How much longer must Bokaro wait for commercial flights to start?
Even if we conservatively assume an annual flight of 2 lakh passengers, it would work out to more than 500 passengers daily on an average to and from Bokaro
Bokaro Steel City has had a runway since 1963. Many people might not remember that the Bokaro steel project was initially supposed to rely on US aid. The then US ambassador to India, JK Galbraith, flew to the project site Maraphari, as it was then called, and the runway was hastily commissioned in 1963 to facilitate his flight.
Somehow, the US collaboration did not fructify and ultimately in 1964, the then USSR stepped in and Bokaro Steel Limited came up with Soviet assistance.
The airport runway has been extended and improved many times since then to facilitate many flights (including that of the Prime Minister of India thrice -- in 1968 for foundation-stone-laying of blast furnace number one, its commissioning in 1972 and the hot strip mill commissioning in 1976).
Presently, it is 1,670 metres (5,479 feet) long and at a height of 217 metres (711.9 feet) above the mean sea level. It had originally been a private airport.
It was designated as an UDAN (Ude Desh ka Aam Naagrik) airport in 2017 and the Steel Authority of India Limited (SAIL) handed over the airport to Airports Authority of India (AAI) to facilitate commercial flights. Since then there have been reports that SpiceJet has decided to start commercial flights as soon as they are cleared by the Directorate General of Civil Aviation (DGCA).
Runway at the Bokaro airport. Image courtesy: Twitter/@AAI_Official
Many dates had been announced but they have come and gone and the people of Bokaro are still waiting for the commencement of commercial flights. Meanwhile, Darbhanga (in Bihar) has already started flight services and Deoghar is scheduled to start them in February 2021.
There are almost 50,000 children of Bokaro Steel's current and past employees, staying (either working or studying) in metropolitan cities of India and even abroad. Either they or their parents fly in and out from Ranchi presently to reach Bokaro. Since the educational facilities of the state are not of top-notch quality, students migrate to other states to pursue higher studies.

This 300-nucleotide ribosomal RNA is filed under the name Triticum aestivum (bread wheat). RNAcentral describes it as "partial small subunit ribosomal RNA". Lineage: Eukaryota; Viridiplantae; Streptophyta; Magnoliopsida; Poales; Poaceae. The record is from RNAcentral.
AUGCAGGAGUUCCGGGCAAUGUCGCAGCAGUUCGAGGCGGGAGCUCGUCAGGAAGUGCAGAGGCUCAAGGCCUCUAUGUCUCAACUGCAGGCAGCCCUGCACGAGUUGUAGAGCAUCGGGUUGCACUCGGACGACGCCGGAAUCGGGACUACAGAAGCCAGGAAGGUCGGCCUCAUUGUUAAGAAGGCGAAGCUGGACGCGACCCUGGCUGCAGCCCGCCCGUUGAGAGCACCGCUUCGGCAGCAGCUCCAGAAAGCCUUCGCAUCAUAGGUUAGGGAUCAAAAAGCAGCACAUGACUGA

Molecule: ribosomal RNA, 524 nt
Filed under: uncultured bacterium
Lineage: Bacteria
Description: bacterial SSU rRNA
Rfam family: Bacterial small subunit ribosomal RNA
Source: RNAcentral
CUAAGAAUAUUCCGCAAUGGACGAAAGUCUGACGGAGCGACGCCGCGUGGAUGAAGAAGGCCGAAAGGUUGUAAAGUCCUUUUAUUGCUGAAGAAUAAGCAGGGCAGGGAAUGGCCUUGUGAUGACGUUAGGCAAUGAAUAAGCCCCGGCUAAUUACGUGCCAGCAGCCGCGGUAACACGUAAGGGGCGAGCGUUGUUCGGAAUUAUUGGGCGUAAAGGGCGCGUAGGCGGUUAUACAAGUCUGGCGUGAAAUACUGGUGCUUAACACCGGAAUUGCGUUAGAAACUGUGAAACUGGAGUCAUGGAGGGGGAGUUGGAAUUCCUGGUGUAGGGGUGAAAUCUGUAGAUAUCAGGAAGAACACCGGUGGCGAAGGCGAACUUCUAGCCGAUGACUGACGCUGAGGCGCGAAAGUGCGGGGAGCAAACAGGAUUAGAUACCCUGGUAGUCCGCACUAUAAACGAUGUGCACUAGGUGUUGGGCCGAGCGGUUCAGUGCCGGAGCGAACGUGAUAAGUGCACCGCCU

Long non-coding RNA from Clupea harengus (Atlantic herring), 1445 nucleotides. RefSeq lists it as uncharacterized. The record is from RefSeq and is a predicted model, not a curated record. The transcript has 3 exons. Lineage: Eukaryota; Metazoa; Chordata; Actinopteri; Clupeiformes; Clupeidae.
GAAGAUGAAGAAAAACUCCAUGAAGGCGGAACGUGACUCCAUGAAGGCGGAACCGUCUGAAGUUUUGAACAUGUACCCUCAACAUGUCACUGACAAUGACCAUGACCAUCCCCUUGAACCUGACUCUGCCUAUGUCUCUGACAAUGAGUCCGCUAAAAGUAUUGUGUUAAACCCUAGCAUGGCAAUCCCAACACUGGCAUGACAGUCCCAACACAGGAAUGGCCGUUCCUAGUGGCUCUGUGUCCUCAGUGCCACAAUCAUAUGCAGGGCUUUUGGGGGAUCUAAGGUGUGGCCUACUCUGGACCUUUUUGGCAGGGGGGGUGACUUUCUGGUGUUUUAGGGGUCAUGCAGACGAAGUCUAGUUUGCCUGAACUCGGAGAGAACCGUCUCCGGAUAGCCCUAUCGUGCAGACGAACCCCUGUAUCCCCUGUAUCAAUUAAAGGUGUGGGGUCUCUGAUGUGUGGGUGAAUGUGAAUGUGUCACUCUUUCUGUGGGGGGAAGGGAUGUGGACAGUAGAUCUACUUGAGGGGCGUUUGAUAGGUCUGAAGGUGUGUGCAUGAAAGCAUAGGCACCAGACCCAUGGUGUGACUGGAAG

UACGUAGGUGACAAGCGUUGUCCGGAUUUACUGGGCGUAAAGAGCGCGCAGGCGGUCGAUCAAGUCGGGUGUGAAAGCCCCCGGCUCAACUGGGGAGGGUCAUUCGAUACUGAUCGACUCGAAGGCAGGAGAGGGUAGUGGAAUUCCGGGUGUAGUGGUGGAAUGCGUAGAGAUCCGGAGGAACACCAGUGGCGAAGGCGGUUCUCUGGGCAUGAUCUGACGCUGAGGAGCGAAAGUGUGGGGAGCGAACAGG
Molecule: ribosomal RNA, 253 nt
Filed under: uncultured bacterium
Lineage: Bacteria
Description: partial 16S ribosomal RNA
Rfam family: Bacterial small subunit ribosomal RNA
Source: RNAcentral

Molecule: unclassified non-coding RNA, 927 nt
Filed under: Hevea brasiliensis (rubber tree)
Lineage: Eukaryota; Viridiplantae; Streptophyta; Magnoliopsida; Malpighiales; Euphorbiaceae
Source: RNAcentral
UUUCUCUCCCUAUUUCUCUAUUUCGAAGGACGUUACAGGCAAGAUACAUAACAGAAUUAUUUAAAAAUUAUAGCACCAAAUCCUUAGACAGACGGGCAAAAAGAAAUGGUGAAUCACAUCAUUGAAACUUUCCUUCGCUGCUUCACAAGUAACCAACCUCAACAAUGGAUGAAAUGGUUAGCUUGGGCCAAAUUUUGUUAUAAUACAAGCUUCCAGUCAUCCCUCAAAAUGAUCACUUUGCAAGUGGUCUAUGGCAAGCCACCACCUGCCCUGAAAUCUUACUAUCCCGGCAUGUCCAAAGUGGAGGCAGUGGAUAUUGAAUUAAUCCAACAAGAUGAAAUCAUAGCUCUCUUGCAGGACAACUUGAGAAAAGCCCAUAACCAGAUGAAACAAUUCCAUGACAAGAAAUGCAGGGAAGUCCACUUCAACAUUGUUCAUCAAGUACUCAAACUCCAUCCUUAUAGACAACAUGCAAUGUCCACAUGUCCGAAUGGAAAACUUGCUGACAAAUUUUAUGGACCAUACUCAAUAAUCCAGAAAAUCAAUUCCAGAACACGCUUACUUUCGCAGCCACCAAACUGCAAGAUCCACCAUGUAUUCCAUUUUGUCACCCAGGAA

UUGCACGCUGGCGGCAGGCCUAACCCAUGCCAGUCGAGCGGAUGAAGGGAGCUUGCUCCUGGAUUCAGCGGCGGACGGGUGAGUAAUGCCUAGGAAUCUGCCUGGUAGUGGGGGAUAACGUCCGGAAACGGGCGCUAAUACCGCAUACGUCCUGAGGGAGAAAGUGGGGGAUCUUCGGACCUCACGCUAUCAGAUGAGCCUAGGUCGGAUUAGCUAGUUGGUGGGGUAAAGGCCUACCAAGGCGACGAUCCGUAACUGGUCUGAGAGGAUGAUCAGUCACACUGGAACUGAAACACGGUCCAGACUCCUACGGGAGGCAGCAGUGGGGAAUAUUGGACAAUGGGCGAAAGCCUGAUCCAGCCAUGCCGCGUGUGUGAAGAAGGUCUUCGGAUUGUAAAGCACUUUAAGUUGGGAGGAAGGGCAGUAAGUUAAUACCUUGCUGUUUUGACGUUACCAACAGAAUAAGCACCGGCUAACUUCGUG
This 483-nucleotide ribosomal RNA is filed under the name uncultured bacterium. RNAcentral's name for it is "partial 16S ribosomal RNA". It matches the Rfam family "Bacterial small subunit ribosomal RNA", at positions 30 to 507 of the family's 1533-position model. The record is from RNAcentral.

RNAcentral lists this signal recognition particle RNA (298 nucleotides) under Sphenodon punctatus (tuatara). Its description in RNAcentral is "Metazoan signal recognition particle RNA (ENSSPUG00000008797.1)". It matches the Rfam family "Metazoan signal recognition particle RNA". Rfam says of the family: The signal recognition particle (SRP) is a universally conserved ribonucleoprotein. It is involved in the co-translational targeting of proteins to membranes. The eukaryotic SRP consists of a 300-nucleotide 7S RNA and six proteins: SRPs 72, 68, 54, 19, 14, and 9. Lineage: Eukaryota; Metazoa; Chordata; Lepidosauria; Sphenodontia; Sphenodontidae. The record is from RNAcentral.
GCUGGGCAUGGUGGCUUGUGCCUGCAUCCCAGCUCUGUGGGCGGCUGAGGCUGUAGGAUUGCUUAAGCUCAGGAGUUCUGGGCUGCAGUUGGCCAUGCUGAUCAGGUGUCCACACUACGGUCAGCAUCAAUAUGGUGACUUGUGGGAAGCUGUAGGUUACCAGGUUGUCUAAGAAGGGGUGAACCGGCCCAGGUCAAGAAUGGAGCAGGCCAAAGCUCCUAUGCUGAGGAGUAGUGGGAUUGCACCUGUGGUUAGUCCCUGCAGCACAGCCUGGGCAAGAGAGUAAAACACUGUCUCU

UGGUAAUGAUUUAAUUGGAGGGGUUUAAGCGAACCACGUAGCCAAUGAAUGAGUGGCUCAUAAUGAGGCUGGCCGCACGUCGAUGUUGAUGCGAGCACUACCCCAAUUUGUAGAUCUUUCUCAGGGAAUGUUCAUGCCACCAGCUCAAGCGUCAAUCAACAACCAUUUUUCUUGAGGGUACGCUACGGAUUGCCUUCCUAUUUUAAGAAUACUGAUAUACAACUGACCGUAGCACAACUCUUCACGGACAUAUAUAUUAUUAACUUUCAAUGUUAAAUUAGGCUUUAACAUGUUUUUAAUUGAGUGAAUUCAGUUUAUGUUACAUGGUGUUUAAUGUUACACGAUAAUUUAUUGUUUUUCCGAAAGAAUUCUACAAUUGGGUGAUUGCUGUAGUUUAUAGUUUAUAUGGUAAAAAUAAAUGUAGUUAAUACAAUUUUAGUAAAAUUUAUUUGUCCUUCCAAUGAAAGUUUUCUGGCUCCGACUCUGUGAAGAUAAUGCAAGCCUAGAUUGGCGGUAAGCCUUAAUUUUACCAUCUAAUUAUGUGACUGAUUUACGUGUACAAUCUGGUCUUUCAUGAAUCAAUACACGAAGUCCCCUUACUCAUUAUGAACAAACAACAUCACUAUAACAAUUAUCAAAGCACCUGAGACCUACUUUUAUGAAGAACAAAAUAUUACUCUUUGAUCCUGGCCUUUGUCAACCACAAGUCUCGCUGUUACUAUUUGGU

These people travel at least twice during the year to meet their parents or during festivals. Parents also go from Bokaro to their children's homes in other states/countries. Even if we conservatively assume an annual flight of 2,00,000 passengers, it would work out to more than 500 passengers daily on an average to and from Bokaro which should provide a business opportunity for five ATR loads every day.
Commercially, it makes a lot of sense and that is why airlines like SpiceJet are eager to pursue this opportunity. The newly-started Darbhanga airport (commercial flights commenced from November 8, 2020), for which there were doubts regarding viability, has over 90% capacity utilisation. It now has eight regular flights.
The delay in starting commercial flights from the Bokaro airport is occurring on account of hurdles like cutting of trees, frequent damage to the perimeter wall by miscreants, including for grazing of cattle, and some minor finishing jobs by the AAI. The need is for the AAI, Government of India, local administration (including the forest department), Jharkhand government and SAIL to come together in a determined manner and make it happen soon.
The wait has been frustrating; however, we are hopeful of commercial flights to start in early 2021.
(The author is a 1966-batch BIT Sindri Electrical Engineering Graduate and retired as DGM, Bokaro Steel Limited. He tweets @samarjeet_n)